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Can there be rational thought without emotions?
|Jazyk:||Počet slov:||1 750|
|Referát vhodný pre:||Stredná odborná škola||Počet A4:||6.2|
|Priemerná známka:||2.94||Rýchle čítanie:||10m 20s|
|Pomalé čítanie:||15m 30s|
Apart from the question of whether a completely rational costs-and-benefits analysis of a decision is theoretically possible or not, our biological predisposition simply do not allow this. We feel, value and guess as we think. Although emotions cannot be prevented, they are, in fact, often quite helpful. They serve as automated mechanisms of decision, they signal and thus help us to anticipate, they reward and punish. In the end, emotions are, after all, much of what makes life worth living...
From the normative point of view, different amount of emotion-rationality ratio is desirable. An airline pilot landing in bad weather should not allow his gut feelings to perturb attention to the details on which decisions depend. In general, too much feeling at the smaller frames or too little at the larger frame can have disastrous consequences. But still, with the tremendous advance of science and technology, there is yet the possibility of pure rational thought in the concept of Artificial Intelligence. Nevertheless, also here, the human-like machines will need certain purpose of their existence; they will most probably be programmed in a way similar to how our mind works. Will ‘their’ emotions be recognized as ‘real Emotions’? Or, quite probably, will ‘our emotions’ still remain something unexplainable? These are questions that, like many others, need some time to be answered...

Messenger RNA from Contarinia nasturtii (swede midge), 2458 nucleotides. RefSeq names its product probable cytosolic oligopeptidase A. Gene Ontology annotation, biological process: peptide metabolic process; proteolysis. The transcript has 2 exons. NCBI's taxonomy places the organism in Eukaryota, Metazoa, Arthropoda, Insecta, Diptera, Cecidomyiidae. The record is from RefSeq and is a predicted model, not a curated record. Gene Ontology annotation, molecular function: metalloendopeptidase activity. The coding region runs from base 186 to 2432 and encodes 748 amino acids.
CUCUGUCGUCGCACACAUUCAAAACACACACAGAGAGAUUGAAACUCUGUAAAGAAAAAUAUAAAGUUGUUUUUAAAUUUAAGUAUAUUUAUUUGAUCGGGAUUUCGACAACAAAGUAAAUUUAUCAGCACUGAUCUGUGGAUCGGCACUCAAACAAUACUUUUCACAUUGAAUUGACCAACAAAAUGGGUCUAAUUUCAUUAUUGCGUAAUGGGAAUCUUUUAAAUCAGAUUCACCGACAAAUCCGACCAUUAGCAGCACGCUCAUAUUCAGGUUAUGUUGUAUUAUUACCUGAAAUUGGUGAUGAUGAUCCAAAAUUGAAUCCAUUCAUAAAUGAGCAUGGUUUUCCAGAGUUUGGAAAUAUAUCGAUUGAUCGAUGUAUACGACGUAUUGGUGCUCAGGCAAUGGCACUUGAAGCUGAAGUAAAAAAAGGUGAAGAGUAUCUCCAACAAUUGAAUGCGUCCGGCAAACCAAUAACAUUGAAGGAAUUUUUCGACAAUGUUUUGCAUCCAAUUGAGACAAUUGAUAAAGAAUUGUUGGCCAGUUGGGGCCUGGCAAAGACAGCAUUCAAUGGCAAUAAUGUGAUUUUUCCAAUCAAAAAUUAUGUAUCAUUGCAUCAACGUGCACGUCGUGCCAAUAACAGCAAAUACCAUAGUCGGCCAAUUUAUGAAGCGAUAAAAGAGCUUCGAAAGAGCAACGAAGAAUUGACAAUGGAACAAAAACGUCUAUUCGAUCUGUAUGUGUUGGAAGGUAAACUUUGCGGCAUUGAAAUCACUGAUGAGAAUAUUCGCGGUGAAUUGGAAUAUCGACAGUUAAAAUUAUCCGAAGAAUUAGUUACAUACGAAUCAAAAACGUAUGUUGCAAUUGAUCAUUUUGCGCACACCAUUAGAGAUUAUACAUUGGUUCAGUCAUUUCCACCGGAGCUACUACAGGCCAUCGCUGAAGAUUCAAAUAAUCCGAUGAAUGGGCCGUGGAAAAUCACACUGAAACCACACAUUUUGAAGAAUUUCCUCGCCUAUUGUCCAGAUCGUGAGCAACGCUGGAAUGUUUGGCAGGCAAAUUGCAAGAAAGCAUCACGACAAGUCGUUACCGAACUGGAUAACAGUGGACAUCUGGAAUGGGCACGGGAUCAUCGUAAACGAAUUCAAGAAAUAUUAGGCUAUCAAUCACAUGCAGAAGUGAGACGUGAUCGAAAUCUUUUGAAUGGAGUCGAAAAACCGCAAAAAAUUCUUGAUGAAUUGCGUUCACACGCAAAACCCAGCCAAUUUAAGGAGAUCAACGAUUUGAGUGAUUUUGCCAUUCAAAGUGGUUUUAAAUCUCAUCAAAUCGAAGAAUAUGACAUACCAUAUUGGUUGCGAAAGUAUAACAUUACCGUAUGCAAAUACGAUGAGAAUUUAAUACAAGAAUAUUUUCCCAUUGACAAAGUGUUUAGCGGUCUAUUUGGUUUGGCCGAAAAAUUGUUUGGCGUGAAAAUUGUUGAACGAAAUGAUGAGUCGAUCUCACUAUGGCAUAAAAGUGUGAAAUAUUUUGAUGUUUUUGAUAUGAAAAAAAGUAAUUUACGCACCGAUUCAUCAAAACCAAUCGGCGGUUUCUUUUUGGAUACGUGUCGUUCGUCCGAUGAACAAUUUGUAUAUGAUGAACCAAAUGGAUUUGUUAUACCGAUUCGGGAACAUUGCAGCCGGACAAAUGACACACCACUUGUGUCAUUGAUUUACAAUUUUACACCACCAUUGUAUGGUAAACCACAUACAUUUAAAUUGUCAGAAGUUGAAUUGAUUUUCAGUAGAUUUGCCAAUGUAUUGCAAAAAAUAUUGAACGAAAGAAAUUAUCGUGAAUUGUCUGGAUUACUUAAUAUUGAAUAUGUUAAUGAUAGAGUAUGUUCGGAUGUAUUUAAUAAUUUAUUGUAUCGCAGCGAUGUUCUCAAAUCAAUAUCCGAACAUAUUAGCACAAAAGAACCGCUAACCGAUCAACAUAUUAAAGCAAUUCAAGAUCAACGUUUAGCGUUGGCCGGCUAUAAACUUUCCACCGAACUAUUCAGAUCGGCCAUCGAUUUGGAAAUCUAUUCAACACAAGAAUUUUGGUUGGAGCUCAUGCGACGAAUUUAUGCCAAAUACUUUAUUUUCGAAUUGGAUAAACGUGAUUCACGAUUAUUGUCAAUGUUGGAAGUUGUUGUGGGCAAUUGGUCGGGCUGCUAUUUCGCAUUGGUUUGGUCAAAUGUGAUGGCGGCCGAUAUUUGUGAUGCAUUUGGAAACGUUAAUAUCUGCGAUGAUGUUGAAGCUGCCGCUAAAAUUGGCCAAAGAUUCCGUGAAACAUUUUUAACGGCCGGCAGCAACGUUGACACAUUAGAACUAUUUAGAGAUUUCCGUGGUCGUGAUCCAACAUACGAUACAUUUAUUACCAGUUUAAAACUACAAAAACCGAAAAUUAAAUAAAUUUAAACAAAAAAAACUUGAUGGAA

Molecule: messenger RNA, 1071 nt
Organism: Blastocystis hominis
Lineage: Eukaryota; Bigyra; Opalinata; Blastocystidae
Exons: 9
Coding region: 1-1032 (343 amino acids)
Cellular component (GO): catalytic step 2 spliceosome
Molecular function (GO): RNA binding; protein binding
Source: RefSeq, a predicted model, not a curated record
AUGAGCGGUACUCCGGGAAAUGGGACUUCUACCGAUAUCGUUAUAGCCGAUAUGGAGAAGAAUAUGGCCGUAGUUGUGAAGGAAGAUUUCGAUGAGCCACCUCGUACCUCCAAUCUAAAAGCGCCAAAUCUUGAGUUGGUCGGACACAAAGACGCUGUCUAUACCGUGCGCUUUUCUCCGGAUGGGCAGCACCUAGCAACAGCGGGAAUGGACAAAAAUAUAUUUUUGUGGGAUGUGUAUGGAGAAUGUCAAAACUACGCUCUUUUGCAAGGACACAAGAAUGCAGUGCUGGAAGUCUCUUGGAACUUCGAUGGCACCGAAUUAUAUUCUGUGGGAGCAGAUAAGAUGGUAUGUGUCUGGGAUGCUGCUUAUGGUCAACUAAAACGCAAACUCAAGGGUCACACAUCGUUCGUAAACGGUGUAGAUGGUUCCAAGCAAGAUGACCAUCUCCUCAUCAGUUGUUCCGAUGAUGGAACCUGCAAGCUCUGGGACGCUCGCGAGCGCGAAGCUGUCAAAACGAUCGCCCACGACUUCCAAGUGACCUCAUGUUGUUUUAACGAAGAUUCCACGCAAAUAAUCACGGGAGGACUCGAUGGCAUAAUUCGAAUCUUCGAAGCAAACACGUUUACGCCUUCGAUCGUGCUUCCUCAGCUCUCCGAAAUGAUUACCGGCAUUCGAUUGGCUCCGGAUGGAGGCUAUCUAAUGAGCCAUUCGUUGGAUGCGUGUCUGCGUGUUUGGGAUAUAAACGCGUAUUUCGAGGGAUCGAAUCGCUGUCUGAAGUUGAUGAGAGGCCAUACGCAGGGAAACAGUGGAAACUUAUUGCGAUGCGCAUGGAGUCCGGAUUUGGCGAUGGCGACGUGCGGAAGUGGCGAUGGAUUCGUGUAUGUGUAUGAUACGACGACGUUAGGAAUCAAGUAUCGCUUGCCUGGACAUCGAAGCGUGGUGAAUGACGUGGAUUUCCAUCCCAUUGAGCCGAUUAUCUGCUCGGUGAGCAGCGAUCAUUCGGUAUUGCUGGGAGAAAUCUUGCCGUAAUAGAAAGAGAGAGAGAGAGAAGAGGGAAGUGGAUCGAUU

Zdroje: Arthur Koestler on emotions.
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